"Many customers want a choice of providers on a consistent, technical platform," says Joe Andrews, VMware director of Cloud Services. "CIOs have a worldwide interest and mandate to move to the cloud, but their biggest question is, 'What does the cloud mean, and how do I get their in an evolutionary way?'"
VMware vCloud Connector 1.5 is currently available as a free beta download, and is expected to be generally available in Q4 of this year.
Posted by Bruce Hoard on 08/29/2011 at 12:48 PM2 comments
The suspense, such as it was, is over. VMware announced GA of vSphere 5.
VMware was also kind enough to modestly remind us that vSphere 5 offers some 200 new and improved capabilities to help customers "transform IT by driving greater efficiency from existing investments and improving operational ability."
In recognition of the solution’s debut, Virtualization Review has ramped up its vSphere 5 coverage through two of our ace vSphere experts, Eli Khnaser and David Davis, and is developing a regular home dedicated to what VMware calls "the most trusted virtualization platform for building cloud infrastructures."
Now all you have to do is get comfortable with the pricing, which starts at $83 per processor.
Posted by Bruce Hoard on 08/26/2011 at 12:48 PM1 comments
A year after claiming that its "integrated and expansive virtualization portfolio is far superior to the 'point' solution offered by VMware," Oracle teed up the market leader for another shot, saying that its newly introduced Oracle VM 3.0 delivers four times better scalability that VMware "at a fraction of the cost." Oracle 3.0 is the latest release of the company's server virtualization and management product.
Oracle claims to provide full stack support for virtualization from application to disk, and for cloud computing needs.
Oracle's assertions came as part of a product announcement for not only Oracle VM 3.0, but also Oracle VM Storage Connect plug-ins for Oracle VM 3.0.
Version 3.0--which is available via a free download and has no license cost--is targeted at datacenter workloads and includes new, policy-based management capabilities, advanced storage management via the VM Storage Connect plug-in API, centralized network configuration management, improved ease-of-use and Open Virtualization Format (OVF) support.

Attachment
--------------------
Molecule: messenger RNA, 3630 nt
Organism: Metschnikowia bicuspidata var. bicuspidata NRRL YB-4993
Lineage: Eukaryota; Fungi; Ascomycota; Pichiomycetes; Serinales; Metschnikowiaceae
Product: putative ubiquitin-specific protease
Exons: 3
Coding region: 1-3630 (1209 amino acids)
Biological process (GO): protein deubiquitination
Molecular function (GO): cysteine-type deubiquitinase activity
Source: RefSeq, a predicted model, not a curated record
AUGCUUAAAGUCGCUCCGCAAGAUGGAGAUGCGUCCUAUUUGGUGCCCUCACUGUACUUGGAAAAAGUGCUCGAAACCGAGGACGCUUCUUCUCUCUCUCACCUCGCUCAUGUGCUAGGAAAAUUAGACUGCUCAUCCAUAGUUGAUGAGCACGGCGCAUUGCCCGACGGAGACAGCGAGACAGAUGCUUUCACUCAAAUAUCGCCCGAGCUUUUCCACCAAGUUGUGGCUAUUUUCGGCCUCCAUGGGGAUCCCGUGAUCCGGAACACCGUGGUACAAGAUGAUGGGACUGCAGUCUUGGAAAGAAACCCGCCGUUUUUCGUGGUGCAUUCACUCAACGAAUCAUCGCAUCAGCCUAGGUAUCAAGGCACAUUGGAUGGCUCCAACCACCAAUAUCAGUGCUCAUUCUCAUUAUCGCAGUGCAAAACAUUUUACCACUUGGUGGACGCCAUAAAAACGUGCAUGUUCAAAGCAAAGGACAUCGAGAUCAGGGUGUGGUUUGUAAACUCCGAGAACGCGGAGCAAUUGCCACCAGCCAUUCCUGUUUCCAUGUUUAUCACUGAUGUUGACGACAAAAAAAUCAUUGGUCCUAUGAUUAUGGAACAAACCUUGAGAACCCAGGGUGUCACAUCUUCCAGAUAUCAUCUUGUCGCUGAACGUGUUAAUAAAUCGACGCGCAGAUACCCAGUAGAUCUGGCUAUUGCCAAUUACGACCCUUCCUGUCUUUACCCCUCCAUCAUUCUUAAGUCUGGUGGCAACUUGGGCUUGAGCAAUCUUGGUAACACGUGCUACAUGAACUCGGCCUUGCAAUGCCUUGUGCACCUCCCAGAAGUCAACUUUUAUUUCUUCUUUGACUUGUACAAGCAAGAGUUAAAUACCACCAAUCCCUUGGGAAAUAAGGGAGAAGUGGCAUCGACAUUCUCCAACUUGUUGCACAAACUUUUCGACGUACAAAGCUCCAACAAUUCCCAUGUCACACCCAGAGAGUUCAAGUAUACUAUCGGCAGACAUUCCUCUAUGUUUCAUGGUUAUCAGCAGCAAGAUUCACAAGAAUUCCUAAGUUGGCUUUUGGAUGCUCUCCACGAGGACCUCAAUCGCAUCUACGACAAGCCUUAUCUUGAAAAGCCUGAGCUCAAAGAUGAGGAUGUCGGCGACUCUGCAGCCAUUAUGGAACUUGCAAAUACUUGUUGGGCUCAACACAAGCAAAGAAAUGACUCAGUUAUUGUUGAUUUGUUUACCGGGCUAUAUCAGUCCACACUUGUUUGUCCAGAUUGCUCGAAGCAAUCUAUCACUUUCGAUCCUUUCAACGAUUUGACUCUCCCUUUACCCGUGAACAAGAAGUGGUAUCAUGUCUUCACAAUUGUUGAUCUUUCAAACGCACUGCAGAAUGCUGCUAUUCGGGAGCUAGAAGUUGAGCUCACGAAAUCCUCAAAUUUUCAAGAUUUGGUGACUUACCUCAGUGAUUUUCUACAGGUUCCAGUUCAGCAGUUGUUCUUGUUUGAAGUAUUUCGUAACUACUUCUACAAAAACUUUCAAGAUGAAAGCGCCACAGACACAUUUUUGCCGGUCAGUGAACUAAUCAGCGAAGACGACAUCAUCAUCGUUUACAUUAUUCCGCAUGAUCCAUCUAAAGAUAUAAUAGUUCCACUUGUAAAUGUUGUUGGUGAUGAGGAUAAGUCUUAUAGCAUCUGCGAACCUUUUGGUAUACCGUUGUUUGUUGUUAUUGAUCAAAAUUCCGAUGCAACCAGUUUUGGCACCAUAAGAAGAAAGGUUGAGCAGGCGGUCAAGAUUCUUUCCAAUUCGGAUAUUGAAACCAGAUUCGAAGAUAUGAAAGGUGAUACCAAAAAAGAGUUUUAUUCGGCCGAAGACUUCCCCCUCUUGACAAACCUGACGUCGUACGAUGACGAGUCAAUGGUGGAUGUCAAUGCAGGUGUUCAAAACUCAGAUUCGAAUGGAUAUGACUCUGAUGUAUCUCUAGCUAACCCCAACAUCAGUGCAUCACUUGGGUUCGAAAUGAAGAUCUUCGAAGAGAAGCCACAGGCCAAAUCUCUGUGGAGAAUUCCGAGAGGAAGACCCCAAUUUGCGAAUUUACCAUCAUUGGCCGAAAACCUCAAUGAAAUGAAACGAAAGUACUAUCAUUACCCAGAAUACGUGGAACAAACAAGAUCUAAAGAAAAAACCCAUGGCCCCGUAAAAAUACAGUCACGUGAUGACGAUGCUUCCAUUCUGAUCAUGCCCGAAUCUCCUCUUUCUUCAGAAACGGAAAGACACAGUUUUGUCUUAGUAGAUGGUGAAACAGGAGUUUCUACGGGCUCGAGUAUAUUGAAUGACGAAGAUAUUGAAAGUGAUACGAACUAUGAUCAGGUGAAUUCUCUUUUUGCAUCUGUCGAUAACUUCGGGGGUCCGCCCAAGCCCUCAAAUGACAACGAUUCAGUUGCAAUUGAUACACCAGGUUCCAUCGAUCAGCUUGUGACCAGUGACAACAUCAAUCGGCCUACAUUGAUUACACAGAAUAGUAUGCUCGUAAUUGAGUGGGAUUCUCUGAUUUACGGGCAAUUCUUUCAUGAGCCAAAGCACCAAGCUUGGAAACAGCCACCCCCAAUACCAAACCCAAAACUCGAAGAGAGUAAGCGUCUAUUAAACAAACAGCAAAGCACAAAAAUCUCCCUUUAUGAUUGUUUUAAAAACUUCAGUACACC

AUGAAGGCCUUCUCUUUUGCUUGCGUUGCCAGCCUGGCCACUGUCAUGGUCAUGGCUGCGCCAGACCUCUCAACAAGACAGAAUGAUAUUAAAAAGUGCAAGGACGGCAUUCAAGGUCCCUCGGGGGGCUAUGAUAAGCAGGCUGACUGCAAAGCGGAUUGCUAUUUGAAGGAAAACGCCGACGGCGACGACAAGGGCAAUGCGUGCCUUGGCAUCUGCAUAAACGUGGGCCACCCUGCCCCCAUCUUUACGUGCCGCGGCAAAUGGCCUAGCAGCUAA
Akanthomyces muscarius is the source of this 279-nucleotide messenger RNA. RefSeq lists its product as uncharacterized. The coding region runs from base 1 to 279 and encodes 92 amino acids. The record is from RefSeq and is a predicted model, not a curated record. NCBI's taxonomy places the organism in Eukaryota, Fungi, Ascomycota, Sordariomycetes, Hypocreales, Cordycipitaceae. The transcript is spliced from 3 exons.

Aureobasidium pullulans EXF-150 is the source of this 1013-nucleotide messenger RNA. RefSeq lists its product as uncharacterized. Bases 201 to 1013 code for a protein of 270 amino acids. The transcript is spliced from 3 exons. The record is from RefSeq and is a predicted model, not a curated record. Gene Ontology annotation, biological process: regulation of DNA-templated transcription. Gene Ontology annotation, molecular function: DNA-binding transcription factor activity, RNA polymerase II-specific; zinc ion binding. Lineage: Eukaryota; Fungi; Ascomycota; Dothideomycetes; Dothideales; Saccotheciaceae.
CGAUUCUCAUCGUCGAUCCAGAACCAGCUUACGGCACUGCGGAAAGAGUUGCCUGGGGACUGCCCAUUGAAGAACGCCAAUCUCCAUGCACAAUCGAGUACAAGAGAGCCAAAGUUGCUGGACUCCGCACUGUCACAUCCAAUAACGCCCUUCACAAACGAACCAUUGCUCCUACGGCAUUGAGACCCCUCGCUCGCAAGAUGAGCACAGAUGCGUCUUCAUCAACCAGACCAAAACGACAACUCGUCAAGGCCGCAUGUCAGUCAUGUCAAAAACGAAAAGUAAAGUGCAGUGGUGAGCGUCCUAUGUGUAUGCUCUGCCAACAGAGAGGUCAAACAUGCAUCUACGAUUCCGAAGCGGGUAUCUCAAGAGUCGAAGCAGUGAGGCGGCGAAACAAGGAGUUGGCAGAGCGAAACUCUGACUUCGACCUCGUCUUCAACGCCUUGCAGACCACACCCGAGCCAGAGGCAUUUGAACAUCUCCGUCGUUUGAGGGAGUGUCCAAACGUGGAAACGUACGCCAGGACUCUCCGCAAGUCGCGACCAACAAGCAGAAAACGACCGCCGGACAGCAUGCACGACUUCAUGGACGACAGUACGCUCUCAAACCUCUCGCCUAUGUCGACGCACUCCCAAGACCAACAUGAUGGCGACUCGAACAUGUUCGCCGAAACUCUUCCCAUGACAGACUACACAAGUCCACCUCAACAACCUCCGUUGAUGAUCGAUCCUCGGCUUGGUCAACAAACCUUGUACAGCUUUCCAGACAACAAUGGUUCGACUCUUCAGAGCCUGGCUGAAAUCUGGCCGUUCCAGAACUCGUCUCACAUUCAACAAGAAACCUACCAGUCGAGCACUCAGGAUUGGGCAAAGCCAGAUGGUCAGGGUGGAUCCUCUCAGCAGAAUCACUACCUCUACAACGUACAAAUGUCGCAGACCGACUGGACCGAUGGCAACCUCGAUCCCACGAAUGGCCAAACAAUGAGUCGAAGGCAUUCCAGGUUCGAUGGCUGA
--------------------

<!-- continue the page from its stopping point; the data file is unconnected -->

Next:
Oracle expanded on its claim of 4x better scalability than VMware by saying the 3.0 product supports "up to 128 virtual CPUs per VM at a fraction of the cost." It did not, however, release any pricing information to substantiate that claim. Nor did it substantiate its assertion that when compared to VMware vSphere 5 running Red Hat Enterprise Linux guest VMs, Oracle VM 3.0 running Oracle Linux guest VMs is four times less expensive.
Oracle VM Storage Connect Plug-ins for Oracle VM 3.0 is a framework enabling storage vendors to make their advanced storage features "a natural part" of Oracle VM. It reportedly allows customers to transparently manage storage and virtualization together via the newly announced Oracle VM Manager, which is a component of VM 3.0.
Posted by Bruce Hoard on 08/25/2011 at 12:48 PM3 comments
In my "Automation as Manna" blog post in June, I criticized the "scare tactics" used in a survey sponsored by automation software vendor UC4, which claimed in so many words that unless IT shops automate their operations, they will not be able to initiate their cloud plans.